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Guest Blog: Mr. Daedalus and the Tree of Knowledge

Update 3/16/12: This American Life, who first reported Mike Daisey’s story (which we blogged about here), has retracted the story due to factual inaccuracies. Stay tuned to Welcome to Adulthood for our thoughts on this issue.

For Mike Daisey’s response: check out this article.

The blog entry below was first published on Welcome to Adulthood on January 20, 2012

“…It’s just too damn easy to rationalize away that nagging little part of my brain that knows I should be more concerned about what’s in the sausage.”

Mr. Daedalus and the Tree of Knowledge

By David Daedalus

So there I was,  in my comically-small San Diego flat playing Doom on my iPad, when I turned on the radio just in time to catch an installment of ‘This American Life’. I have a particular fondness for this show and was doubly pleased as, like a rare steak and a fine Bordeaux, it pairs nicely with laying on my futon and blasting the minions of hell into piles of pixilated goo. This installment was entitled ‘Mister Daisey and the Apple Factory’, and after hearing it, I was left with one startling revelation:

Mike Daisey might well be the devil, and oddly, the devil seems to care more about other people than I do.

You see, Mike Daisey is a monologist and an Apple enthusiast who recently traveled to China to meet the people who manufacture all our iPads and MacBooks and whatnot. The episode of ‘This American Life’ is an edited version of a monologue that he gave about his trip. He described in detail the staggering pollution in Shenzhen, the Chinese city where Apple and lots of other name-brand electronic stuff is made. His story also told of workers being forced to use a known neurotoxin (n-hexane) to clean iPhone screens simply because it dried slightly faster than the non-neurotoxin alternative, alcohol. He described in vivid detail sixteen hour work days, child labor, and rampant worker suicide. This was likely the price that a score of Chinese laborers paid to make the iPad that I held in my hands, all while I sat in comfort listening to ‘This American Life’.

Mike Daisey might well be the devil: what he did through that monologue was pluck the apple from the tree of knowledge, hand it to me, and ask with an impish smile:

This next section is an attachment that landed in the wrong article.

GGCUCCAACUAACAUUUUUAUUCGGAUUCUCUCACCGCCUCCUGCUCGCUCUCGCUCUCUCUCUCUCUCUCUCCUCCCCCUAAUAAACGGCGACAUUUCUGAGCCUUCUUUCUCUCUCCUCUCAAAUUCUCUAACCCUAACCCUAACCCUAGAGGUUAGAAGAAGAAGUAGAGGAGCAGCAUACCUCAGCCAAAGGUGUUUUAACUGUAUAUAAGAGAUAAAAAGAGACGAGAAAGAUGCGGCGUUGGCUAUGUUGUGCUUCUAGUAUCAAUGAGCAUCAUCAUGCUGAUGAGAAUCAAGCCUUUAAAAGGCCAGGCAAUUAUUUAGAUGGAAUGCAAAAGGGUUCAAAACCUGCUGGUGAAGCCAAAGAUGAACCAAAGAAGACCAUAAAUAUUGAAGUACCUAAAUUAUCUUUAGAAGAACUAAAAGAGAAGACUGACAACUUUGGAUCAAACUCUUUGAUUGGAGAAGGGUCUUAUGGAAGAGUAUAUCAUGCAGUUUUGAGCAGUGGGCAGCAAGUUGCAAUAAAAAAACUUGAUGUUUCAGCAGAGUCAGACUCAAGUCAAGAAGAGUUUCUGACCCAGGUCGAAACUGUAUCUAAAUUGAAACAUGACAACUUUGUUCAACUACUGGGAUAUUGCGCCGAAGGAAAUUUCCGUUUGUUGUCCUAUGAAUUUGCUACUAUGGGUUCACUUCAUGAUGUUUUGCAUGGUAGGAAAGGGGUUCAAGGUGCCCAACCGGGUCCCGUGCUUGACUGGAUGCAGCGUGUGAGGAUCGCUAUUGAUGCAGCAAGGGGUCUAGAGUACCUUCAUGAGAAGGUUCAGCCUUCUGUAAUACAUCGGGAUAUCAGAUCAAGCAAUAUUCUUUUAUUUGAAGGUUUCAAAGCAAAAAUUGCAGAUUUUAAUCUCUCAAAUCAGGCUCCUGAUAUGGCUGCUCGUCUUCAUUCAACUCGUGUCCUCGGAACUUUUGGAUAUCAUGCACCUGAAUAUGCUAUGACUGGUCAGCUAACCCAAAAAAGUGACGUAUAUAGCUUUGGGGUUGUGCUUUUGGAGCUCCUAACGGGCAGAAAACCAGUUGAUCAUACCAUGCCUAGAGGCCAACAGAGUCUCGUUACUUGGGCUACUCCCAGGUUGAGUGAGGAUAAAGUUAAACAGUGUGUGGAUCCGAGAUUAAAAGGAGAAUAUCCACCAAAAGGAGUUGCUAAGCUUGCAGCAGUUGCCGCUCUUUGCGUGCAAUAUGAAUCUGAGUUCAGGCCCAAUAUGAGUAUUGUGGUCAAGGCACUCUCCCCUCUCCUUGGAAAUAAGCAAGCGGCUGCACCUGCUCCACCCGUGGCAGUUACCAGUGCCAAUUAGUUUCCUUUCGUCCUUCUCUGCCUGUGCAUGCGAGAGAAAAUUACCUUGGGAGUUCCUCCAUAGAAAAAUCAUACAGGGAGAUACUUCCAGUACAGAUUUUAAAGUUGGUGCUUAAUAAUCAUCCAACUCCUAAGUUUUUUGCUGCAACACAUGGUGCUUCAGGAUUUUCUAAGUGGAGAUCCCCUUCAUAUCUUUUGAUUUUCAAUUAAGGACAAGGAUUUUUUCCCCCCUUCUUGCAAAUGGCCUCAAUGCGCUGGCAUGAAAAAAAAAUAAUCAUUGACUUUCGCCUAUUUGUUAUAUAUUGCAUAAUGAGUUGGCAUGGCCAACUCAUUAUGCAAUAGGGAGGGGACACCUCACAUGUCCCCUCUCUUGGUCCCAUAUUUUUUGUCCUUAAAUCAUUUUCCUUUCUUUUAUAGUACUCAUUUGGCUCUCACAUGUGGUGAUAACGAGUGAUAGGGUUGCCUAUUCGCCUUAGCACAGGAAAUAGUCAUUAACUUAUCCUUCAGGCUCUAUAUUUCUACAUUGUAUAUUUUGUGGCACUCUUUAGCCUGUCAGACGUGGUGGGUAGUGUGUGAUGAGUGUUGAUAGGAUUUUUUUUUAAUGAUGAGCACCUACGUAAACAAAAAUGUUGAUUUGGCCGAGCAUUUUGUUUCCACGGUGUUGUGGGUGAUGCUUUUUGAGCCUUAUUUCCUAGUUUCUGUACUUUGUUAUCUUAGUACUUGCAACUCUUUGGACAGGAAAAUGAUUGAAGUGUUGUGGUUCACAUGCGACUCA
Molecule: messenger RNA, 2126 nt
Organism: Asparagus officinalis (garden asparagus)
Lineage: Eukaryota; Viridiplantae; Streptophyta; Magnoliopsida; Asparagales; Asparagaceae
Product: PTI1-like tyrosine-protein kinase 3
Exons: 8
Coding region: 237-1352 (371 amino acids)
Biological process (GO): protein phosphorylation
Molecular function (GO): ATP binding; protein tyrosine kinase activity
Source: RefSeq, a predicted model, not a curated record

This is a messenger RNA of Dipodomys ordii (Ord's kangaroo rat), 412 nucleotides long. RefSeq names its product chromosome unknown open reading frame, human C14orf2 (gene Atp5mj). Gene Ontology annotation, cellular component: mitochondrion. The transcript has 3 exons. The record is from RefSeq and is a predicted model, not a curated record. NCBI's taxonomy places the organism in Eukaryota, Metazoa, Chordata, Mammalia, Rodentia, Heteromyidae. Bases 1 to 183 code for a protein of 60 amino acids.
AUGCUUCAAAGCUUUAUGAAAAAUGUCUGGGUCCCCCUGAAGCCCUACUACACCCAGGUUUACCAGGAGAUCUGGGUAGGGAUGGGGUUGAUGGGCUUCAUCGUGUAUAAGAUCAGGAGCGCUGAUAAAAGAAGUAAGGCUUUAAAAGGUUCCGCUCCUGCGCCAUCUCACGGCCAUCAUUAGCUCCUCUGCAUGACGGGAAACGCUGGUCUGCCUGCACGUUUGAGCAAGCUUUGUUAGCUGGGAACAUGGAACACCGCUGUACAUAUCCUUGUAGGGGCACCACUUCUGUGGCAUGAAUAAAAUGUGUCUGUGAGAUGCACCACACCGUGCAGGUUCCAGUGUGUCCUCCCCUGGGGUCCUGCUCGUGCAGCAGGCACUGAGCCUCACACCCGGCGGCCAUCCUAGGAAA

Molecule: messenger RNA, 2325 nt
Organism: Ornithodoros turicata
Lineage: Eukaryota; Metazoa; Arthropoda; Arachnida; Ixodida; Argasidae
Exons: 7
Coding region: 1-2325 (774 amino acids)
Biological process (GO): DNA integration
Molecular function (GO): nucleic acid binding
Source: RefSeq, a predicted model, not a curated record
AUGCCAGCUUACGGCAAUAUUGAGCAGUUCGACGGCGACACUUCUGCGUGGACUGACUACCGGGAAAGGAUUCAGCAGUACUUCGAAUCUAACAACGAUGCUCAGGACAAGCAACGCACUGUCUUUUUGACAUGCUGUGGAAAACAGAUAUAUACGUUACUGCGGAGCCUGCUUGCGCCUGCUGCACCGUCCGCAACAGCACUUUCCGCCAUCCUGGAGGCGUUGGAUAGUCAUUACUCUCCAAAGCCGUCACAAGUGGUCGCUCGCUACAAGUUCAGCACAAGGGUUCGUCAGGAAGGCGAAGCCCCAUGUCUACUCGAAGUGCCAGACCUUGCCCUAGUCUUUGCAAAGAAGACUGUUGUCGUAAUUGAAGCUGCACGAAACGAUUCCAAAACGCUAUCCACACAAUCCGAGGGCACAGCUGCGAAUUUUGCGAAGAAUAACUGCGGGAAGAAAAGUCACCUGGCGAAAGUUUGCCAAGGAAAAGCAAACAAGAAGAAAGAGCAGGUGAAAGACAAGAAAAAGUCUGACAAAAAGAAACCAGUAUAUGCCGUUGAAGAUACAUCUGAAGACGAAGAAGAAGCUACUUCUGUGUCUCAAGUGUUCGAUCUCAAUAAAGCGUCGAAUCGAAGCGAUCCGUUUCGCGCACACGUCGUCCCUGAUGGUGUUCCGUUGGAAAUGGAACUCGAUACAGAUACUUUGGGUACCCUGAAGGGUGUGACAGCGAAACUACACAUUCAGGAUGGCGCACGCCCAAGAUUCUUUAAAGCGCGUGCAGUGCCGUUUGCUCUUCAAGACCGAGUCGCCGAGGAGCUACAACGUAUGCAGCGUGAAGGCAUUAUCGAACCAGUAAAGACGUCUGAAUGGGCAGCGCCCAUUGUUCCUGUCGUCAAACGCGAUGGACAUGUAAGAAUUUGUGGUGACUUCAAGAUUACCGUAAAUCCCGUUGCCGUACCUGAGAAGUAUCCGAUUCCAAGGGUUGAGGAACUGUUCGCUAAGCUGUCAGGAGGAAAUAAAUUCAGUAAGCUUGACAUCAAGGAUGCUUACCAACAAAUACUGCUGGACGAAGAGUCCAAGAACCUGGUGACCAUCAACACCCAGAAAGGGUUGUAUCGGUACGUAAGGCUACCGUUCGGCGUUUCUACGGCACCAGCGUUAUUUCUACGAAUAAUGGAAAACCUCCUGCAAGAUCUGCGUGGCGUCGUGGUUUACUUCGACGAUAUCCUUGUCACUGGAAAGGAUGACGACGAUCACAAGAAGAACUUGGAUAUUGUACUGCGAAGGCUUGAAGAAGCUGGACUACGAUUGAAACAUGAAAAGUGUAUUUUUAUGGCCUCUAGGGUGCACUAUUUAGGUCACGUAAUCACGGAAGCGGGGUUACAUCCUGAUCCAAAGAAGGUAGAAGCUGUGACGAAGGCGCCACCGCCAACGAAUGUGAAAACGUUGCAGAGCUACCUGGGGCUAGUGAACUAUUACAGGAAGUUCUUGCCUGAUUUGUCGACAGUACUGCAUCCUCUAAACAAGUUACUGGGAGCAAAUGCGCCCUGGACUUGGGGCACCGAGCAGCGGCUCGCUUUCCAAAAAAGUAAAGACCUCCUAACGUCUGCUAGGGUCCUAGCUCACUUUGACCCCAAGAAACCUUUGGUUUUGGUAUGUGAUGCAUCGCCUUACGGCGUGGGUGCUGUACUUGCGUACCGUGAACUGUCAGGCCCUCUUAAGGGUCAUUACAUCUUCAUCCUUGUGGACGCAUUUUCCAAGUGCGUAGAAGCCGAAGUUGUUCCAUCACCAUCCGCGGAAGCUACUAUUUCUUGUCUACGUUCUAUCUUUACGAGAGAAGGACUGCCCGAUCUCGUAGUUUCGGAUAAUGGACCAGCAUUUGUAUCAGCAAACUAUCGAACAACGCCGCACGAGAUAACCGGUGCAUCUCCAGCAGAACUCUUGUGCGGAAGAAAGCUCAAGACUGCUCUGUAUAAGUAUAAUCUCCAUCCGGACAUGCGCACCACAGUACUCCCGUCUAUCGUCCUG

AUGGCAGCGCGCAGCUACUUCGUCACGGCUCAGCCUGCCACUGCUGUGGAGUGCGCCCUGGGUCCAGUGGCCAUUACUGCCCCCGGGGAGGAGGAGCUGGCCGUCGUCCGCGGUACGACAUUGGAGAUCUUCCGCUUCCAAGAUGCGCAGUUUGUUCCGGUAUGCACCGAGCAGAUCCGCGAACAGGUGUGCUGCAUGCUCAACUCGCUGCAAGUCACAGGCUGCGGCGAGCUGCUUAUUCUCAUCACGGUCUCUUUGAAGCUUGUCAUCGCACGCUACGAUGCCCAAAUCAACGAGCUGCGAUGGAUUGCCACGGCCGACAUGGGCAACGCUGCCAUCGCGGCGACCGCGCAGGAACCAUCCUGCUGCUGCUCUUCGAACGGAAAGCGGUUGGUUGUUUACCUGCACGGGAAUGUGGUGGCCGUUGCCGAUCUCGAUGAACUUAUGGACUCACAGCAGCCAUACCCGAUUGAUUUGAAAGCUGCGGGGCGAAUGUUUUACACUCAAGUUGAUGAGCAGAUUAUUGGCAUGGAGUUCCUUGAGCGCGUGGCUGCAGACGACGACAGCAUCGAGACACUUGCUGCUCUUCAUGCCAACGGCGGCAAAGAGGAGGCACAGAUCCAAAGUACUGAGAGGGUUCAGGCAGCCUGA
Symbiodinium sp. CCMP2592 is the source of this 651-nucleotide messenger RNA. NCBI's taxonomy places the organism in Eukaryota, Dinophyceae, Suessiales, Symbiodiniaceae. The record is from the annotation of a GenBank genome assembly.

“Haven’t you ever wondered what’s in a hot dog?”

The thing is, I have, and what’s worse, I know in my heart of hearts I’m not going to do anything about it. Why? Because hot dogs are good. iPhones are cool. While of course I am morally outraged about the things Mr. Daisey described, but as long as I don’t actually have to see the blood and pain and torment that goes into making the things that I like when they are new and toss once they become boring, it’s just too damn easy to rationalize away that nagging little part of my brain that knows I should be more concerned about what’s in the sausage. Moral outrage is well and good, but what use is moral outrage unless it prods you to do something about the issue at hand?

Let’s take this a step further. I dated a gal for a while who was a domestic violence counselor and twice a week she was the on-call person for her agency’s Domestic Abuse Response Team. Basically, when the cops would respond to a domestic abuse call, her agency would get contacted so they could do a follow up. It really opened my eyes because her phone was ringing off the hook every time she was on call. Every night women (and men) were victims of domestic abuse all over town, and if you look at the statistics for this kind of thing, you may be surprised to find it’s more common than you think.

This is just one tiny example of all the horrific things that happen every minute of every day in your backyard and across the globe. There are tons of things in the world to be legitimately outraged about, so many that it’s literally an impossible task to educate yourself and do something about every one of them. It’s also easy to use this rationale as an excuse to give yourself a free pass (as I am guilty of doing) and not put any effort into caring about any of it. Why bother looking when it’s easy not to and you know you won’t like what you’ll find?